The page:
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KatawaGrey's avatar

What exactly is the Occupy Wallstreet movement?

Asked by KatawaGrey (21461points) October 29th, 2011

I keep hearing about the Occupy Wallstreet movement and, quite frankly, I have no idea what it’s about. Every time I try to look up info on it, all I get are articles about protestors. Can you explain to me what this whole thing is about? If possible, can you link some relevant articles about the movement? Thank you, Jellies!

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8 Answers

nikipedia's avatar

”#ows is fighting back against the corrosive power of major banks and multinational corporations over the democratic process, and the role of Wall Street in creating an economic collapse that has caused the greatest recession in generations. The movement is inspired by popular uprisings in Egypt and Tunisia, and aims to expose how the richest 1% of people are writing the rules of an unfair global economy that is foreclosing on our future.”
http://occupywallst.org/about/

Aethelflaed's avatar

From Wikipedia: The “Occupy” protests are an ongoing series of international protests which began in New York City on September 17, 2011 with Occupy Wall Street and are primarily directed against social and economic inequality. By October 9 protests had taken place or were ongoing in over 95 cities across 82 countries and over 600 communities in the U.S.

Initiated by the Canadian activist group Adbusters, the protests are inspired by the Arab Spring movement, especially Cairo’s Tahrir Square protests, and the Spanish Indignants. The protests take their name from Occupy Wall Street, and commonly use the slogan We are the 99%, the #Occupy hashtag format, and organize through websites such as “Occupy Together”. The movement currently has over 2355 communities in towns and cities worldwide. The protests have been described as a “democratic awakening,” difficult to reduce to a few demands.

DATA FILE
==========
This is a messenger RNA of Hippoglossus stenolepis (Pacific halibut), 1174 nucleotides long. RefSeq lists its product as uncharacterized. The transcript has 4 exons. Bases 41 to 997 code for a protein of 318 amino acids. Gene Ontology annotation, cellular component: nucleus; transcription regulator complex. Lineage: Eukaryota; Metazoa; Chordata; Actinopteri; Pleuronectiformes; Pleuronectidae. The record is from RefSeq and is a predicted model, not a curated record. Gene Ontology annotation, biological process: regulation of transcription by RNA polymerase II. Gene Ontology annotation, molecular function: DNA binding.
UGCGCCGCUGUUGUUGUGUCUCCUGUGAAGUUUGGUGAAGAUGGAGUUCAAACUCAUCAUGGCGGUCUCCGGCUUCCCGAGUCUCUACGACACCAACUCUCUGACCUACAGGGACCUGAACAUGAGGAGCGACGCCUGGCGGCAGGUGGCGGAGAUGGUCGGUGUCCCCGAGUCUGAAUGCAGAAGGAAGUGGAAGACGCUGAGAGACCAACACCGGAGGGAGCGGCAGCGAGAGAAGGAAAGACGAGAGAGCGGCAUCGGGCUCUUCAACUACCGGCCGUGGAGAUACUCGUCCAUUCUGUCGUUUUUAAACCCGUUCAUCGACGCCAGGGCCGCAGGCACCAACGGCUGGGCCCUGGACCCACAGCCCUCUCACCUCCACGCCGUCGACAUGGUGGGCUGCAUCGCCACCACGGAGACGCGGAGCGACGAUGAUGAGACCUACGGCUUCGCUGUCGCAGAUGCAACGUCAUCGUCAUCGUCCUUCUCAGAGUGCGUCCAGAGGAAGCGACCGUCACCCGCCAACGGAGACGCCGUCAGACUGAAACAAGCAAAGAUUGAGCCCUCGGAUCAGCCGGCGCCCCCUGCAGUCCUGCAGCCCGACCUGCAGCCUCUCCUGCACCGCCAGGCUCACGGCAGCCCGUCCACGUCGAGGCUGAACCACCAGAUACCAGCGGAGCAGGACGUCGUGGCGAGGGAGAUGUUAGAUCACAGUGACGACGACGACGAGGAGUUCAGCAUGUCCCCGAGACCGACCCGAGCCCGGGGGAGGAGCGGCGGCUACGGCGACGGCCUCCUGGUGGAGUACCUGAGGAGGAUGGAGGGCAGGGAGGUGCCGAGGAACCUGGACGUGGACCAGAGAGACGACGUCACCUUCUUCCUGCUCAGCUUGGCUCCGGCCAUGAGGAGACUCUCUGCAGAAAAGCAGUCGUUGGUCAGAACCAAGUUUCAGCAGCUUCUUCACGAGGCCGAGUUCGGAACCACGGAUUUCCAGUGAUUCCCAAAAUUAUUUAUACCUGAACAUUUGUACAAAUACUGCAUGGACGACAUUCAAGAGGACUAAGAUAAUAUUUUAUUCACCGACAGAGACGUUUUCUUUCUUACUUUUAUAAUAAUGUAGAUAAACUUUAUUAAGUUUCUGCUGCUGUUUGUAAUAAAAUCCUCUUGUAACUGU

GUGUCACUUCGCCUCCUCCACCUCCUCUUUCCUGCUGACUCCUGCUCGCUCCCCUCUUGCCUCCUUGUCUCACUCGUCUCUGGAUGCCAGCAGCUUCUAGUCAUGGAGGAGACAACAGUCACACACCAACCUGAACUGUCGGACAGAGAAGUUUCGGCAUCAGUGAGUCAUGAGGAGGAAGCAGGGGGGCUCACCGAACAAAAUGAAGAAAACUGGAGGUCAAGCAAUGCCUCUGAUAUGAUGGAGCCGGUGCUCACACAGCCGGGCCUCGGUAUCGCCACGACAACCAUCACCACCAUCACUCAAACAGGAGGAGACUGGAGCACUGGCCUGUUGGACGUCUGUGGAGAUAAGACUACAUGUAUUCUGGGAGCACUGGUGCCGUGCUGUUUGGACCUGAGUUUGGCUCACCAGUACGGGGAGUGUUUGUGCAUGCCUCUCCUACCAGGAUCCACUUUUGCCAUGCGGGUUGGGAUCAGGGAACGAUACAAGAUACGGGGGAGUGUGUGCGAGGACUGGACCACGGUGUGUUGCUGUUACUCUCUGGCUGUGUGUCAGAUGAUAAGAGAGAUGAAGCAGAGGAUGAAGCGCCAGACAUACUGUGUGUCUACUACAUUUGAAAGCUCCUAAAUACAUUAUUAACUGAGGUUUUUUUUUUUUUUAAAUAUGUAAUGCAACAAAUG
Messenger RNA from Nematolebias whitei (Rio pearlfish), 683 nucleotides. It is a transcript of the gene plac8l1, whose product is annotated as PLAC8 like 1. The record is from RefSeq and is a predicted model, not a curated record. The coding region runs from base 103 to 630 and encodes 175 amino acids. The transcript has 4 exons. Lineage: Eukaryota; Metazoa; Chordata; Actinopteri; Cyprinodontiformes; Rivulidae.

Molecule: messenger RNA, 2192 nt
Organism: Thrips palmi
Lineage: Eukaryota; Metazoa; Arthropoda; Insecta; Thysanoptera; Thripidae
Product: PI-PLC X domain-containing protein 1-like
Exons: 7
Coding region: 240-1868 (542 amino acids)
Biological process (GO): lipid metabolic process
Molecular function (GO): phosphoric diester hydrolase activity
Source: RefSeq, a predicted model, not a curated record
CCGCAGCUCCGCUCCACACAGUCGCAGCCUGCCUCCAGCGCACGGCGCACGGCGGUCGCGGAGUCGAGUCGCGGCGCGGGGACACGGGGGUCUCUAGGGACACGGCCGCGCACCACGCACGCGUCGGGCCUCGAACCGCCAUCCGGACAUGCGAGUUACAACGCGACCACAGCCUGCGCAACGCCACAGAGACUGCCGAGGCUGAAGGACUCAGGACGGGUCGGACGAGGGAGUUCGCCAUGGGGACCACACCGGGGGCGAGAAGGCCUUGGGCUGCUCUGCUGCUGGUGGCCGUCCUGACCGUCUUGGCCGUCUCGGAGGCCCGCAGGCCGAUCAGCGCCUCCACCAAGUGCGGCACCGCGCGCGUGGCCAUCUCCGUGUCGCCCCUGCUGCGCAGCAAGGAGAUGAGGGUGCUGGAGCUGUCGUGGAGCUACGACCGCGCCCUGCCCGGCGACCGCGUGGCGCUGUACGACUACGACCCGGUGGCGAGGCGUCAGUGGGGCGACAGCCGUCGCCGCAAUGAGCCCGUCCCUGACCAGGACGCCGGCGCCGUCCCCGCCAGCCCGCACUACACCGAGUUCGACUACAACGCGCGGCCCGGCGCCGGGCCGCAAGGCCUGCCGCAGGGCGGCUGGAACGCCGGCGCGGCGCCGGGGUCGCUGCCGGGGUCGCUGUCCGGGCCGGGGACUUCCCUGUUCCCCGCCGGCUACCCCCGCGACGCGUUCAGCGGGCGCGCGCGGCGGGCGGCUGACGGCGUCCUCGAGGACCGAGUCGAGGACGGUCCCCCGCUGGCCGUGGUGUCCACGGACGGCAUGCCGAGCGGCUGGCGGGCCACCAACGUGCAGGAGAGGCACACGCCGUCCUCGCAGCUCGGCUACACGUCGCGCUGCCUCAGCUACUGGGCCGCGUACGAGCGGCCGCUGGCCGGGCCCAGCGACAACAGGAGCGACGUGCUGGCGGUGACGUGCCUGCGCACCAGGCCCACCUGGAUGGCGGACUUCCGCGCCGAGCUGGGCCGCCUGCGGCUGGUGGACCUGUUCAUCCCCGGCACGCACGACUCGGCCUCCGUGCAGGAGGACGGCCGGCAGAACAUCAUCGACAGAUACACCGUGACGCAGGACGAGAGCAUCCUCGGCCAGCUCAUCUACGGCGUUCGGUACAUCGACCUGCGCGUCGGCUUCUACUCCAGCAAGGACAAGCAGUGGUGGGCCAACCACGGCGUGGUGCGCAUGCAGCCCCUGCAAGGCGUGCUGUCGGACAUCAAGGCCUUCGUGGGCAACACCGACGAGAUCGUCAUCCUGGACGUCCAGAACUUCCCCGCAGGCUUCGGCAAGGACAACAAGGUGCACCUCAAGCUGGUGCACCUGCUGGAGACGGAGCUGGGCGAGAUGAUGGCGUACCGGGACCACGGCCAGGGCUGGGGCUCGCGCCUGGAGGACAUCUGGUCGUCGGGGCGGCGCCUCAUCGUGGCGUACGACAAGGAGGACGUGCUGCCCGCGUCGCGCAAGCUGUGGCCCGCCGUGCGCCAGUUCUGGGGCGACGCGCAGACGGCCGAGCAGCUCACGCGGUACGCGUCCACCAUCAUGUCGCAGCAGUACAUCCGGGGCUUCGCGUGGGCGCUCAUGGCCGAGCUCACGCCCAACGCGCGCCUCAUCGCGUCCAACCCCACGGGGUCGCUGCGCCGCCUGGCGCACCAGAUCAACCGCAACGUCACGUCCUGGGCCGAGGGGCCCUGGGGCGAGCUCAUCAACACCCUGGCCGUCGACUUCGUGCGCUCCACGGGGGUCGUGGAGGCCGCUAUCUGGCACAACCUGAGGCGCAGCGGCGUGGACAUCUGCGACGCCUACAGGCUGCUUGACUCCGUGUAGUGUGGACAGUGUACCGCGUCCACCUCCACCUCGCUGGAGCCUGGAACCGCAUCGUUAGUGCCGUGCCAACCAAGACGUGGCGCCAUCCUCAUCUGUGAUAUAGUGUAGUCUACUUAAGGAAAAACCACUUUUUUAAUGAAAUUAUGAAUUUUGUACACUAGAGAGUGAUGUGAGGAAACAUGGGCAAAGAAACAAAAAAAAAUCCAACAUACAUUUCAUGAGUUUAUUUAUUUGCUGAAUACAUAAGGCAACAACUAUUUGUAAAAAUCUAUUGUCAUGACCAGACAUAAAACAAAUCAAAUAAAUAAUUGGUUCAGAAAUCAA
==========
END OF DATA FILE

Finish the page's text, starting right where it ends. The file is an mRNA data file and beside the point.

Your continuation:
Aethelflaed's avatar

It’s also become something of a “peaceful protesters get police brutality” kinda thing, and is raising a lot of debate over when the police should act with force, when the police actually do act with force (and all the criticism that comes with it); it’s become a big thing in First Amendment Rights (and Forth Amendment Rights, also).

syz's avatar

I love this article in Slate about how the OWS movement defies the modern media’s need to dispense complex ideas into a single catchphrase.

Nullo's avatar

@syz That’s a human need, not exclusive to the media. You need to renew attention every 30 seconds or so or you’ll lose your audience. The infamous TL;DR is hardwired into your very brain.
Besides that, good communication requires a message that clearly and concisely encapsulates the idea in question.

LostInParadise's avatar

It seems to me that the protesters in OWS are people who have been affected by the economic downturn and who feel that the government is not providing them with sufficient support. Many feel that it was unfair for the government to help industry and banks but not workers. The 99% slogan refers to how skewed wealth distribution has become, with the top 1% owning an historically high proportion of total wealth. At the moment the protesters are mainly showing their hurt and anger and have not made specific demands. It remains to be seen if they will become a political movement.

laureth's avatar

This is also another excellent OWS-related article. If you show someone something that they cannot understand, they will often not perceive it. This is why many Rightie folks cannot perceive OWS as having goals or leaders. They’re looking for the things they understand, and not finding them.

laureth's avatar

And another, comparing it in a historical context to the Bonus Army during the Great Depression.

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